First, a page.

In 1873 the South Australian Institute and Museum advertised a design competition, pointing out that only one portion of the complex was to be erected for the present and that the foundations were already in. However, the government called for an investigation into the whole South Australian Institute and Museum question, as well as the oddity of designing a building to suit the foundations already laid.
The commission recommended that the South Australian Institute be separated from its two offspring organisations – a national library and museum.
Robert George Thomas won the competition for the design but it is not certain how much of his original plans were changed, as in 1876 the colonial architect George Thomas Light and his assistant William McMinn made “some suggestions, which if adopted, would totally alter the character and arrangements of the proposed buildings”. Their plans were considered “superior to the original prize design”.
The foundations laid in 1873 were taken up as being unsuitable and relaid by late 1876.
In 1877 new plans were prepared that must have incorporated some of McMinn’s ideas. The board of governors still had not decided which design was to be implemented when a premature release of the plans by Light, to the newspaper, Frearsons, upset them. The drawing by the artist C.B. Richardson showed the west elevation notably different from the eventually built design.
When tenders were called again the only proposal received, from Brown & Thompson, was more than double the envisaged cost and so the plans were altered. At this time the new colonial architect, Edward John Woods took office and further modified the plans between December 1877 and June 1878.
R.G. Thomas and E.J. Woods had both been involved in the design controversy for the General Post Office, which was completed in 1872. When the General Post Office was being built, R.G. Thomas was the colonial architect, making drastic modifications to the design by Wright & Woods. Now that Woods was colonial architect and Thomas the designer, perhaps with an old score to settle, Woods altered Thomas’ plans citing cost as an excuse. The final design of the west wing was based on Thomas’ plan but the hand of both McMinn and Woods was evident.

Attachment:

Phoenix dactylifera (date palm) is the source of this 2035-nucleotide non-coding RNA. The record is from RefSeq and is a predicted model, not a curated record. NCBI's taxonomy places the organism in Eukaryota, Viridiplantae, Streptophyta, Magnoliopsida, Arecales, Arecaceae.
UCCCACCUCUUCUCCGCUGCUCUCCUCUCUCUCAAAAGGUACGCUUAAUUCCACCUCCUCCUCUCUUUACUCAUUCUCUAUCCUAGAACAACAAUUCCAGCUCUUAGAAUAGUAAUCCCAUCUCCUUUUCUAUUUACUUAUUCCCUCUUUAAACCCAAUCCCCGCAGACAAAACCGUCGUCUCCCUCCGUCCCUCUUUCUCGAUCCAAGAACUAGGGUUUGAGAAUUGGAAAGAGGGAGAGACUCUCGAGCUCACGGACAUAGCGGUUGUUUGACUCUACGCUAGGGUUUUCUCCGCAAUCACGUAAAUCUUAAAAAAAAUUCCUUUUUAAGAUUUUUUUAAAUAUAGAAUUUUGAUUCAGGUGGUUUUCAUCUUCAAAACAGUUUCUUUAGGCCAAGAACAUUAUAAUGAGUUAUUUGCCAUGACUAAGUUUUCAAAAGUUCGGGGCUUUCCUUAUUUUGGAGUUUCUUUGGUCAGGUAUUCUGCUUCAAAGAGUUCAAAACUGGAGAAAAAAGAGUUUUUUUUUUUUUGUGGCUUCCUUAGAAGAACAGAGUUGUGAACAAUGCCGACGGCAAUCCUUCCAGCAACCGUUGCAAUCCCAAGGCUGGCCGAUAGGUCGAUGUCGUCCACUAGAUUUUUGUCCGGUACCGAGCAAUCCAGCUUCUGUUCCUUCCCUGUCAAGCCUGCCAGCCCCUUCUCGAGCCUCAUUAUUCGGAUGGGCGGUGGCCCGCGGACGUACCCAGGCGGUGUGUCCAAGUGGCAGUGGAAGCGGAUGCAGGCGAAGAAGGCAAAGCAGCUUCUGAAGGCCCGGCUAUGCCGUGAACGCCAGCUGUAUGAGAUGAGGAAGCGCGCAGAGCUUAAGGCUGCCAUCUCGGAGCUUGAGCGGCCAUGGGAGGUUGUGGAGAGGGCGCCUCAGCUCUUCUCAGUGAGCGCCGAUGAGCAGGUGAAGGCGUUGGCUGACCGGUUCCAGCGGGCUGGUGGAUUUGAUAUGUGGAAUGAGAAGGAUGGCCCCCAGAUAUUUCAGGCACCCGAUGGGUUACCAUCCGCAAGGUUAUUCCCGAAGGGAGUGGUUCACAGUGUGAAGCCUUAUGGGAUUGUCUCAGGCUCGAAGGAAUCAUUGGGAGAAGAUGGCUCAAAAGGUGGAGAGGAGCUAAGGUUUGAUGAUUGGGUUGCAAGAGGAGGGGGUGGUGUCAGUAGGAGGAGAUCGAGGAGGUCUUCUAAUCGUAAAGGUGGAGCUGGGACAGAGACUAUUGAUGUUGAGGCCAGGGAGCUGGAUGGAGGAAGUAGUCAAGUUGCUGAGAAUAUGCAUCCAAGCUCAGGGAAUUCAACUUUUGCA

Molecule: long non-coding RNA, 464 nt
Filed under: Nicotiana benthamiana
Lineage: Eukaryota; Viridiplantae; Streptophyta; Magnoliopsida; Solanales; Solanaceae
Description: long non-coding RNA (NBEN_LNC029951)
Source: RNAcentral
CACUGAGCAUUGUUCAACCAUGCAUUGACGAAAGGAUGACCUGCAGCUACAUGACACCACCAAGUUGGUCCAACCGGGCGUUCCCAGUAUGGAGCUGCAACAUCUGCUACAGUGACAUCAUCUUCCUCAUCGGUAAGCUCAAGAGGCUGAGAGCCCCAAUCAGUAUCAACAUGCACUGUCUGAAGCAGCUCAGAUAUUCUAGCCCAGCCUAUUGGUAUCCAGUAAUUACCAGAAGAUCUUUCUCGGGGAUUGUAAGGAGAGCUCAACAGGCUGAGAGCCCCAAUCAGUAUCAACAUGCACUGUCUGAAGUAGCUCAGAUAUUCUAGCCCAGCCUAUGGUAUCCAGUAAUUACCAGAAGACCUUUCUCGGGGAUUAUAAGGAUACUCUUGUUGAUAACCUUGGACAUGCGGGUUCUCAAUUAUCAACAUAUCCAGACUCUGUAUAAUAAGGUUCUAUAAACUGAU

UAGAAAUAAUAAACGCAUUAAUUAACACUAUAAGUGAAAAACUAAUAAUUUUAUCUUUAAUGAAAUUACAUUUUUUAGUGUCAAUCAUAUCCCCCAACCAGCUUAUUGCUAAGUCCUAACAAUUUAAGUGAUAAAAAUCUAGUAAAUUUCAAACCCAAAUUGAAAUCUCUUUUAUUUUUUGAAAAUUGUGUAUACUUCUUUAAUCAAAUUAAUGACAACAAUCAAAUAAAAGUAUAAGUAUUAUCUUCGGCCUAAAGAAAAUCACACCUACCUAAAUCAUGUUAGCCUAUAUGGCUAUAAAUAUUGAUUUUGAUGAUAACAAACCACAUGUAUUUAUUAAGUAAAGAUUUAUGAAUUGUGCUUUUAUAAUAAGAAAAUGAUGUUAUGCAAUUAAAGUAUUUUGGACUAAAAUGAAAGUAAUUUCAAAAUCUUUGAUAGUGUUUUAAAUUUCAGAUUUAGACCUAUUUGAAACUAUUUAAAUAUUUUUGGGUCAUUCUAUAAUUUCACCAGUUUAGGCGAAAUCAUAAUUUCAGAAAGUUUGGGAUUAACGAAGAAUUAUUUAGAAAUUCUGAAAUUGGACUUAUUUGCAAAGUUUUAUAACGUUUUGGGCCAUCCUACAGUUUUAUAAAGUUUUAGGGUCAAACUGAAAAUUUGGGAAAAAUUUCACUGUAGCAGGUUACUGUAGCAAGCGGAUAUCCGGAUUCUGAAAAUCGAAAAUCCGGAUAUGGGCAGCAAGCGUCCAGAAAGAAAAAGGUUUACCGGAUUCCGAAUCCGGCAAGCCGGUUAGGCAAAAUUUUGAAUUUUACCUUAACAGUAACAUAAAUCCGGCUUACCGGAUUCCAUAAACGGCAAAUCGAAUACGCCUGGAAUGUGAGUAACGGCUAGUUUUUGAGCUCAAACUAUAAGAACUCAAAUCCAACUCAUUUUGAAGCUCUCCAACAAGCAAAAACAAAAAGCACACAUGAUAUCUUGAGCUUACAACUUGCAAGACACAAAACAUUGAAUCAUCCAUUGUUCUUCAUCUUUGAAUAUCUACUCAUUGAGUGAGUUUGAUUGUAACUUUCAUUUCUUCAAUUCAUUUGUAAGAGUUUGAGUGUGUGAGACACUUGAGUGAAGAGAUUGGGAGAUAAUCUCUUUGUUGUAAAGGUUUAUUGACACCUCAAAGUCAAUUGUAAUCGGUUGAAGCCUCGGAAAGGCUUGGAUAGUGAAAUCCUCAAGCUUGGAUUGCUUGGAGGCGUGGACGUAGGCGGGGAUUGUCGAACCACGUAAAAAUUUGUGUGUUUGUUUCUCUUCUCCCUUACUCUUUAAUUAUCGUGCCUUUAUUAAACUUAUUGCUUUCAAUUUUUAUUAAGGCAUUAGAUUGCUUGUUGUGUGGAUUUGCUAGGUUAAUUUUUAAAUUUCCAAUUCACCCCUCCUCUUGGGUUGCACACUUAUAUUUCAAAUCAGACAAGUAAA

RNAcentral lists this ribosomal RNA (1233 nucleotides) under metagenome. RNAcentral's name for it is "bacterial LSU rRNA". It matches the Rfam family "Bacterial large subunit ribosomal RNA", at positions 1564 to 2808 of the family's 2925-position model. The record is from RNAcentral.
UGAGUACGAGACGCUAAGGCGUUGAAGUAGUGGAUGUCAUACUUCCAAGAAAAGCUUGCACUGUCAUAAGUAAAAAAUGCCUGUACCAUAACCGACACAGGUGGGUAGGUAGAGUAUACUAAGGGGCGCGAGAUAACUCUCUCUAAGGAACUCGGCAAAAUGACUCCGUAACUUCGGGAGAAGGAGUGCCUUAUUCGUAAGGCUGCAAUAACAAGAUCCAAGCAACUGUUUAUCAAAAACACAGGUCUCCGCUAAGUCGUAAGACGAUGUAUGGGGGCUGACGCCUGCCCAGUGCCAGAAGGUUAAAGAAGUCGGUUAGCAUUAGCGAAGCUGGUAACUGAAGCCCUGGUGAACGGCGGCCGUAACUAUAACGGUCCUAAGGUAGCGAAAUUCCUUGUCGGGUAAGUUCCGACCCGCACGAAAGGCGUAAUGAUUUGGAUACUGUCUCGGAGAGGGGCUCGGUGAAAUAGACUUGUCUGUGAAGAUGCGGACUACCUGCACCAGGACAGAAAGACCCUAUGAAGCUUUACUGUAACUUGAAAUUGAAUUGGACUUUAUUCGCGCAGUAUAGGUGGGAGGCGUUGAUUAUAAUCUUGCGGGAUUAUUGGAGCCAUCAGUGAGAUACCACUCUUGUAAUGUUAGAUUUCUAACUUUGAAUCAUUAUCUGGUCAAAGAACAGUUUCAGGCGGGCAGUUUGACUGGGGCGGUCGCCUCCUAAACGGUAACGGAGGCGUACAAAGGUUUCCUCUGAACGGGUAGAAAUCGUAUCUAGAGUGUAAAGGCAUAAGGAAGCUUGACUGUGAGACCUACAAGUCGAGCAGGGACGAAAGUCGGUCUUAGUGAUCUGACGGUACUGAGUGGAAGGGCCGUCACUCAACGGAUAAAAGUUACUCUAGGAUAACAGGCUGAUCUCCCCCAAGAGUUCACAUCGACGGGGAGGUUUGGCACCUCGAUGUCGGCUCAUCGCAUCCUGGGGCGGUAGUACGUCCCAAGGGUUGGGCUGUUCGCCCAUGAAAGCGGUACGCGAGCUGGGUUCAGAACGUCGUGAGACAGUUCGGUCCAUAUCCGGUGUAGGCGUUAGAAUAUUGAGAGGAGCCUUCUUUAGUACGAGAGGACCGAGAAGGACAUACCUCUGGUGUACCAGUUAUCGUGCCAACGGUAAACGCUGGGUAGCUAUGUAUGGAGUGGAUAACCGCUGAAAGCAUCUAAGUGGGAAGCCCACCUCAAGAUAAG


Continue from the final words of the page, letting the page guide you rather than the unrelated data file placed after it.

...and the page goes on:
There was one more setback when it was suggested that the site could be used for the new Parliament House. After a barrage of petitions against this idea and another Royal Commission into the proposed sites for the new Parliament House, the building finally got under way in 1879. However, there were more delays when it was found that the foundations of 1876 were not in a satisfactory state.
The superstructure was eventually built by Brown & Thompson for £36,395, but during August 1880 further modifications were made to the plans. The building was finally opened on December 18, 1884.
A contemporary description gave the architecture as Romanesque:
“The walls are built of hard brick with facing of Sydney freestone, with bands, columns, and other parts of Manoora stone of a darker shade, which will harmonize rather than contrast strongly with the general tone of the facing . . . The window and door openings are deeply recessed and semi-arched; those in pavilion wings at each end and in the staircase turrets are divided by mullions treated as columns or pilasters . . . the whole building is surmounted by a bold cornice and parapet, above which rise the roofs, that over the Library being constructed with a clerestory containing the windows which light the room from above.”
The exterior is of fine dressed stone. The interior is unique in South Australia, with its lofty central space, galleries and ceiling-high bookshelves, reflecting the “grandly contemplative” cultural attitudes of the time. The interior details and fittings – the bookshelves, carved timber tables and chairs, door surrounds, handrails, balustrades, timber beams supporting the roof lanterns and the iron lacework – also demonstrate excellent workmanship. Sydney architect Clive Lucas has stated that “as a mid-Victorian public library interior it is arguably without equal in Australia”.
In 1984, one hundred years after its opening, the Jervois Wing underwent major refurbishment and the upgrading of services for archival purposes. This work was undertaken by Danvers Architects. It was reopened in mid-1986 as the Mortlock Library of South Australiana.